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Whether you’re growing a financial planning practice, a branch office you own, a corporate- owned branch or a financial planning firm, the ability to recruit high-quality associates is a key component of success.

A model of recruiting and business building that’s not frequently discussed is the salaried run financial planning practice. With the average age of independent advisors moving from their 50s into their 60s, it makes sense to offer a program to buy up these businesses over time and run them with younger, fully designated and well educated advisors.Over the past few years, colleges and universities have started taking the financial planning career seriously and are beginning to validate the financial planning business as a profession. Young people, and those changing careers at an early stage in life, are enrolling in programs that fast track their designations and licensing.

At one time, the career companies paid for this. Now we have full-scale educational institutions developing the industry’s future talent pool. Industry organizations, of course, continue to do an excellent job, but the validation of Canada’s formal educational system brings higher quality new recruits to our industry.

Once they’re minted, these salaried, designated, younger advisors need to be mentored by experienced advisors who wish to exit the business in a strategic way. Doing this provides a perfect method for passing the baton. The retiring advisor who deserves a good pay day is rewarded for his or her accomplishments, and clients are transferred to the team of salaried designated professionals.

Unlike other business models, the salaried model doesn’t come with high payouts. Once the overhead is in place, annual salary reviews, promotions and bonuses based on profitability and performance are built into the financial statements. This model, if run efficiently can bring significant margin back to the dealer (financial planning firm).

It’s important for hiring managers to remember this new wave of advisors is not coming from an era where working day and night for high compensation and no lifestyle are part of their psyche.

The baby boom generation in many cases has told generations X and Y that work/life balance is vital. Many boomers took a long time to learn this, and some never will. Therefore a good solid compensation program in a profession that caters to helping a majority of the population with financial and lifestyle planning isn’t a bad way to earn a living. Plus, significant margin moves in favour of the dealer (financial planning firm) and the dealer retains full ownership of the business for validation purposes (i.e. the value of the dealer plus the value of the book that the dealer owns).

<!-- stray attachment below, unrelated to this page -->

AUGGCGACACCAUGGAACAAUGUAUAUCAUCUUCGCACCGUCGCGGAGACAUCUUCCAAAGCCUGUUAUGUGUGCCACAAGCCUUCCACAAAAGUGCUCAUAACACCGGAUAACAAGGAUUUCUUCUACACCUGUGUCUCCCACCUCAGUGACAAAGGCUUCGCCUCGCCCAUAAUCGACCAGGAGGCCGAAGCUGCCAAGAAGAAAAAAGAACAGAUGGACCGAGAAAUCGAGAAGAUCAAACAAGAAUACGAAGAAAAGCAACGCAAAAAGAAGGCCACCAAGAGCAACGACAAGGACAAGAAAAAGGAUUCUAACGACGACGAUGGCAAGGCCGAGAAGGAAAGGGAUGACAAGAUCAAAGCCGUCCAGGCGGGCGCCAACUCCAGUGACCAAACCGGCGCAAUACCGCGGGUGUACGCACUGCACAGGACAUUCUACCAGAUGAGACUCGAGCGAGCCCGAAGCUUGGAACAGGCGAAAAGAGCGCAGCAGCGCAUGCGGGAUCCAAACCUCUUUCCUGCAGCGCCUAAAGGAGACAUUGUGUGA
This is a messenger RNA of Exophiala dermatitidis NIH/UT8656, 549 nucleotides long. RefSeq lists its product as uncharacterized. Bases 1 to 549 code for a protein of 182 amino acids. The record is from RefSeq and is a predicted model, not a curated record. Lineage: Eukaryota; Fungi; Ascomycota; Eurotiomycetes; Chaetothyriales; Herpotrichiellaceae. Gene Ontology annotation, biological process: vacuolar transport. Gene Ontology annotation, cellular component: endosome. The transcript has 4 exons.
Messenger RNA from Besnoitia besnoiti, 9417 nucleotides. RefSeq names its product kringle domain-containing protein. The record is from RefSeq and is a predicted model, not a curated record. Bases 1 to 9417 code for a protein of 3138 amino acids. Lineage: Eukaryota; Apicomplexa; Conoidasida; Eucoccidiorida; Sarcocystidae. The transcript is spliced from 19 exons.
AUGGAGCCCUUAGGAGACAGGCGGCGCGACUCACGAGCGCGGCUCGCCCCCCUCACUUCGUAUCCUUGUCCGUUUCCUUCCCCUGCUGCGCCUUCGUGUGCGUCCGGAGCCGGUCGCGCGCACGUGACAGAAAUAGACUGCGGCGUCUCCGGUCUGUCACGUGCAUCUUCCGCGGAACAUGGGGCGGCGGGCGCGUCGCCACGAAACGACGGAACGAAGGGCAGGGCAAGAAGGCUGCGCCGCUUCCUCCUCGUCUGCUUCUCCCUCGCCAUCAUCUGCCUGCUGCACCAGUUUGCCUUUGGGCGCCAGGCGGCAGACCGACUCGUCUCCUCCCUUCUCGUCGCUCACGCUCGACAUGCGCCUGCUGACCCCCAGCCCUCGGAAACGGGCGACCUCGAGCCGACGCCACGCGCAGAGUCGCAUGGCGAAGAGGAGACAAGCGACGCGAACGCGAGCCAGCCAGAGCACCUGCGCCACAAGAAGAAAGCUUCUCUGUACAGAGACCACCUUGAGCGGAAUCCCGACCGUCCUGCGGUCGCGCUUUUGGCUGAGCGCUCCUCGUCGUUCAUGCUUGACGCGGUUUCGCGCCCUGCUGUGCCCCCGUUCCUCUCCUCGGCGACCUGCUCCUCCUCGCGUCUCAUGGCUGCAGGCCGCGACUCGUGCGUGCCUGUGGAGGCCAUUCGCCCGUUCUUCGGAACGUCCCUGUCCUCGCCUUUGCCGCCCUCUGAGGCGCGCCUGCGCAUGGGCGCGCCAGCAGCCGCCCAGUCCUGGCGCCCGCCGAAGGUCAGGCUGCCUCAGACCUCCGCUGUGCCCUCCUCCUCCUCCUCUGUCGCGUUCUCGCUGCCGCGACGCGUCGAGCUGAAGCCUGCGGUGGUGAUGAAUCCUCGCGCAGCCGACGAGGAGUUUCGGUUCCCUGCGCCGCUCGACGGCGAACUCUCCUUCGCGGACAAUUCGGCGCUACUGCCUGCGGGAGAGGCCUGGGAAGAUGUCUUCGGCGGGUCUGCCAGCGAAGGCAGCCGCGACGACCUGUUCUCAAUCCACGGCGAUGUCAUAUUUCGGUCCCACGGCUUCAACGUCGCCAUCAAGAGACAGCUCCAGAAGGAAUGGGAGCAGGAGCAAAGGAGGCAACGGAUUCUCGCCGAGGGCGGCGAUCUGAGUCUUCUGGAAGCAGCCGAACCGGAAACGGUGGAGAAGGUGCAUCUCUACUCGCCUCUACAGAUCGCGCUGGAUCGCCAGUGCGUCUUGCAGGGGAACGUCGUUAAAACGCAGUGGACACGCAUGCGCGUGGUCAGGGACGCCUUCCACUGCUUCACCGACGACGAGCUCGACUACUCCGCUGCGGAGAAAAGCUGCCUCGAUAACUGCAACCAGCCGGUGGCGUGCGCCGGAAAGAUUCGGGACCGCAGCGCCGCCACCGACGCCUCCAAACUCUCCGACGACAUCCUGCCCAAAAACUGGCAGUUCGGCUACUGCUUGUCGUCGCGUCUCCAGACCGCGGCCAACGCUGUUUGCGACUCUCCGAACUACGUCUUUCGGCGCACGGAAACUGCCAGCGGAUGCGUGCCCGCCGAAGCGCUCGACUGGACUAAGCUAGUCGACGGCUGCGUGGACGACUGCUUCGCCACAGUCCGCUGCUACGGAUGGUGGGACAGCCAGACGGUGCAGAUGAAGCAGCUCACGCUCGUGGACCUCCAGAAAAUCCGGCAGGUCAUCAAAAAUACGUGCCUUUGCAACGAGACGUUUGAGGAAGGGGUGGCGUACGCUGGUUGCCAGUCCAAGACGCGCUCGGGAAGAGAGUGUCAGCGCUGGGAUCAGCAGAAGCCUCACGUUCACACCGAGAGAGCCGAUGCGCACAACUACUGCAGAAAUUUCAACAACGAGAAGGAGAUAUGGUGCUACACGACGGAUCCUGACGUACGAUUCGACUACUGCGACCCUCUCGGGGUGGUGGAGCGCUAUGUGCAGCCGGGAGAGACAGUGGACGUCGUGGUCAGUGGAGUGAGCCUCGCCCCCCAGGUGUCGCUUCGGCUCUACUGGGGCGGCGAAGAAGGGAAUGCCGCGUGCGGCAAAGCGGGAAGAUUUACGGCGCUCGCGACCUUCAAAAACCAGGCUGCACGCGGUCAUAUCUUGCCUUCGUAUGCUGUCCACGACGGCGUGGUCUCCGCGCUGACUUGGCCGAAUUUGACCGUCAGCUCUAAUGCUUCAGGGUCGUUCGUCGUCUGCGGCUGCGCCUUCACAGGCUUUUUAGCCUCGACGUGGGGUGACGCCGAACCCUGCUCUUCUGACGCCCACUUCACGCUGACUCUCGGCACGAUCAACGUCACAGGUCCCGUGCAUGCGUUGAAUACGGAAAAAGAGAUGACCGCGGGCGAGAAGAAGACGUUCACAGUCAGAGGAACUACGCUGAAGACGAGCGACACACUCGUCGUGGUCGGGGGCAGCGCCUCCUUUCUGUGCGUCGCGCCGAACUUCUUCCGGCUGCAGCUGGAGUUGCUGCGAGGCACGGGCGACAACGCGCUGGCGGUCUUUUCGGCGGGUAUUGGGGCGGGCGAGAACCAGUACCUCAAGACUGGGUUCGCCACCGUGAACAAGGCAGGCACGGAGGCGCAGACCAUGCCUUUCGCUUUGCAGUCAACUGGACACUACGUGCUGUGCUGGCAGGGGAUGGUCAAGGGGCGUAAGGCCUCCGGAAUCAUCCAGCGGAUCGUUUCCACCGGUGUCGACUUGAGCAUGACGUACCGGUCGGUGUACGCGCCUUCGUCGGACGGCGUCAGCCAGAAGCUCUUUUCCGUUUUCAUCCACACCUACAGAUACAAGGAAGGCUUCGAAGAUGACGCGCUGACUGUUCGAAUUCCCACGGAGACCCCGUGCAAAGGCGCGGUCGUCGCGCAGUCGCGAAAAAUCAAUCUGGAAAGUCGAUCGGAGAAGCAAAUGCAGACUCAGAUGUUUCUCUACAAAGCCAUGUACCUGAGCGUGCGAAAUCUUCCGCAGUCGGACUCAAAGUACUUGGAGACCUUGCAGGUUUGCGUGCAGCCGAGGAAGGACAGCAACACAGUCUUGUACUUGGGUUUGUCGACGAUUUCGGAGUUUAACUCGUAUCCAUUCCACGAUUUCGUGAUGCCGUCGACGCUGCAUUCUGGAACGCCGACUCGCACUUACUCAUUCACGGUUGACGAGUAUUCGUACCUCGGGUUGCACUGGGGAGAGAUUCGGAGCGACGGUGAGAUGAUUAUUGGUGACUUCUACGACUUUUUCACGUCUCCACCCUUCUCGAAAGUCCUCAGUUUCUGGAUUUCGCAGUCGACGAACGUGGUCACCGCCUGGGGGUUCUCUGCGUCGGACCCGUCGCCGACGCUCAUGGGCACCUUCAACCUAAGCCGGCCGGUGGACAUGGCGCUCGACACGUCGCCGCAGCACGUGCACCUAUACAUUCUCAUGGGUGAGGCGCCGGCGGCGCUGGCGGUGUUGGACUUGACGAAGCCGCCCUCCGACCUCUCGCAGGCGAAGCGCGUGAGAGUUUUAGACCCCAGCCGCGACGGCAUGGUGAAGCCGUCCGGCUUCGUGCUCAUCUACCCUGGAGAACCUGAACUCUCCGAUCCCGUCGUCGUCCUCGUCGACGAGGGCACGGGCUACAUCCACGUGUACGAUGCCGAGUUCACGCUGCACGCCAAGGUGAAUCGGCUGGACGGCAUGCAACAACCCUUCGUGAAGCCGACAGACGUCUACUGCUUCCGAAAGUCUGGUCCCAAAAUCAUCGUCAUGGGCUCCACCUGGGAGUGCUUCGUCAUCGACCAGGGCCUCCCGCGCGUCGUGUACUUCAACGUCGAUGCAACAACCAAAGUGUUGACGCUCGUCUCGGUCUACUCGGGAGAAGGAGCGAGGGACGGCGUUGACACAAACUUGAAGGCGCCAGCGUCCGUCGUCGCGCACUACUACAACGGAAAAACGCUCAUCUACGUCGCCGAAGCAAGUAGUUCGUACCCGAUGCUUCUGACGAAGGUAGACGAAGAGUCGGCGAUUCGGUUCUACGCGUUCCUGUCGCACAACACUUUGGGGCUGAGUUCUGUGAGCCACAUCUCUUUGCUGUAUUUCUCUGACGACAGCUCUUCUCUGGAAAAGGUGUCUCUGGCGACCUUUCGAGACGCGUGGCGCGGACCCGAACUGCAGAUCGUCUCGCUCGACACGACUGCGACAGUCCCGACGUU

So what target recruit do you want to go after? How fast do you want to grow? Is the marginal revenue from bringing on a specific type of recruit worth the risk to the firm and you?

Whether you run a company or a branch, you need to take a few days away from the business with your senior team and analyze all the factors before you initiate your plan of attack. Carefully look over all of the financial ramifications, strategic benefits and risk factors and determine if a salary model is the right one for your firm.

Critical Assessments

Weigh the margins and risks associated with different business models.

Financial planning firms generally have a few sources of revenue, which tend to be low, medium and high margin. Further, there are risk levels associated with each source.

It’s important to understand the margins and risk involved before building a firm or branch around a target recruiting strategy, because some of the recruiting you’ll do is strategic as it can be leveraged to benefit a higher-margin corporate entity within a larger conglomerate.

These revenue sources include, but aren’t limited to: